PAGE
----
SAN JOSE -- Amid tears and heartfelt hugs, the congregation of San Jose First Methodist Church on Sunday honored two members who helped rebuild the historic downtown institution after a devastating fire more than two decades ago.

Over the years, as it struggled to finance and gain approval for a new place of worship, San Jose First -- as its congregation calls it -- ran into numerous hurdles, including a six-year tussle over its insurance claim and years of resistance from city bureaucrats.

But this fall, the church was finally was able to reopen its doors at the corner of Fifth and Santa Clara streets, where it had been located since 1910. The resurrection was largely the result of efforts by its former pastor -- the Rev. Jim Crawford -- and operations director Cindy Manley.

"We would absolutely not be standing here without them," board member Jeff Huget told about 100 people who gathered in the new church, located across the street from San Jose City Hall. Then he added, to cheers and applause, "We are here to stay."

Weathering battles

Founded in 1847, the religious institution has endured a series of difficulties that would have tested the patience of Job.

In 1889, after San Jose First admitted Chinese children into its Sunday school, an anti-immigrant mob burned the place down. The congregation rebuilt, but that structure was largely destroyed by the great earthquake of 1906. Then, after it was rebuilt again, an electrical mishap in March of 1991 sparked a horrific fire that reduced the structure to ashes.

The congregation, mostly of Asian and Latino descent, continued to meet in temporary facilities as it weathered the insurance battle and finally gained the city's approval to build the bright, rectangular, two-story edifice at 24 N. Fifth St., which resembles a modern corporate office more than a traditional church But during that time, Crawford's wife, Susan, died of cancer, and he suffered a crippling disease that forced him to retire last year.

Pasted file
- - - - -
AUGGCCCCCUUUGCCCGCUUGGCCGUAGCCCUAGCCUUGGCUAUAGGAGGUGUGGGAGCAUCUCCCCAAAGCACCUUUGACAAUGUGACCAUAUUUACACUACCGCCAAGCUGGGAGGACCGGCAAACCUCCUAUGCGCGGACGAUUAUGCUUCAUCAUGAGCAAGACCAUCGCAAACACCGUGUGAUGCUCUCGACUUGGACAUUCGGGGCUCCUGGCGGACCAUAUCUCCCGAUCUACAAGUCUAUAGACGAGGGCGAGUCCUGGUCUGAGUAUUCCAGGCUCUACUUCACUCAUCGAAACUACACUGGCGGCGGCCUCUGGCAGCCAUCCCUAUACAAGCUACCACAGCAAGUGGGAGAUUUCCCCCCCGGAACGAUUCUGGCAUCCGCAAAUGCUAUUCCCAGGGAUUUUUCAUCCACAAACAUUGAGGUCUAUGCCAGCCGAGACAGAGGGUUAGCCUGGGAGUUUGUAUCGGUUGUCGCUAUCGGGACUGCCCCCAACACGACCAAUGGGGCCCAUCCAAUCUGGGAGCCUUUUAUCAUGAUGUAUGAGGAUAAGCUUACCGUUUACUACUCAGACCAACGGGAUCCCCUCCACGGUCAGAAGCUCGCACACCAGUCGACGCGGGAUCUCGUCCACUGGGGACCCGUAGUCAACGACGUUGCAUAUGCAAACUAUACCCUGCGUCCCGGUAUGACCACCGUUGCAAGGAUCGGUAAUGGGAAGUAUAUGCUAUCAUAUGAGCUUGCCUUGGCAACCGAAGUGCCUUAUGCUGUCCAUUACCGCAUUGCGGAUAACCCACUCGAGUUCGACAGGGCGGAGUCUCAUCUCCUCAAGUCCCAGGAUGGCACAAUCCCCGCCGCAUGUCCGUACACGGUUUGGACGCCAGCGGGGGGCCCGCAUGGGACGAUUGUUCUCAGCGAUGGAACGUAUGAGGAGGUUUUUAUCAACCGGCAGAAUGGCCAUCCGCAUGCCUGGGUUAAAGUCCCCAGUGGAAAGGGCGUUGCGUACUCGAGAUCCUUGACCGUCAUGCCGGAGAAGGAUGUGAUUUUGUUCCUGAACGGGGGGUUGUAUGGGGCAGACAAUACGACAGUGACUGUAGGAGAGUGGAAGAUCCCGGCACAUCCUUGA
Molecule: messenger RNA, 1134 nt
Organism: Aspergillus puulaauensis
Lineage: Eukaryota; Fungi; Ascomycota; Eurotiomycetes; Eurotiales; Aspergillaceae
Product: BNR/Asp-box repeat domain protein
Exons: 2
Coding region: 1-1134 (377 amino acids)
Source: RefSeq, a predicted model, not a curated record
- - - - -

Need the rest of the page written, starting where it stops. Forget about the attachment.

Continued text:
Hobbling on a cane and accompanied by his family, he was on hand for Sunday's event, where he received hugs from members of the congregation and spoke tearfully of the ordeal they all had been through.

"Today is a day that we prayed for and dreamed about and worked hard for for over 20 years," he said with his voice breaking. "I'm just so full of emotion."

A 'promised space'

His perseverance was praised by San Jose First's associate pastor, Jonathan Tarman, who told the crowd, "Pastor Jim has never lost faith that God would do great things through us."

Manley, a lawyer, was described by the church's pastor, Shinya Goto, as a person who worked tirelessly on the innumerable details that arose during the building's construction as well as on many other church activities.

"She gives and gives and gives, and then she gives some more," Goto said. "The bible talks about going the extra mile," he added, "and that's Cindy."

In response, Manley -- who along with her husband, Mike, also have contributed more than $1 million to Notre Dame High School in San Jose, according to Principal Mary Beth Riley -- thanked the congregation for not giving up on the quest to rebuild the church.

"Hurray," she told them all. "We're out of the wilderness and into the promised space."

Contact Steve Johnson at sjohnson@mercurynews.com or 408-920-5043. Follow him at Twitter.com/steveatmercnews.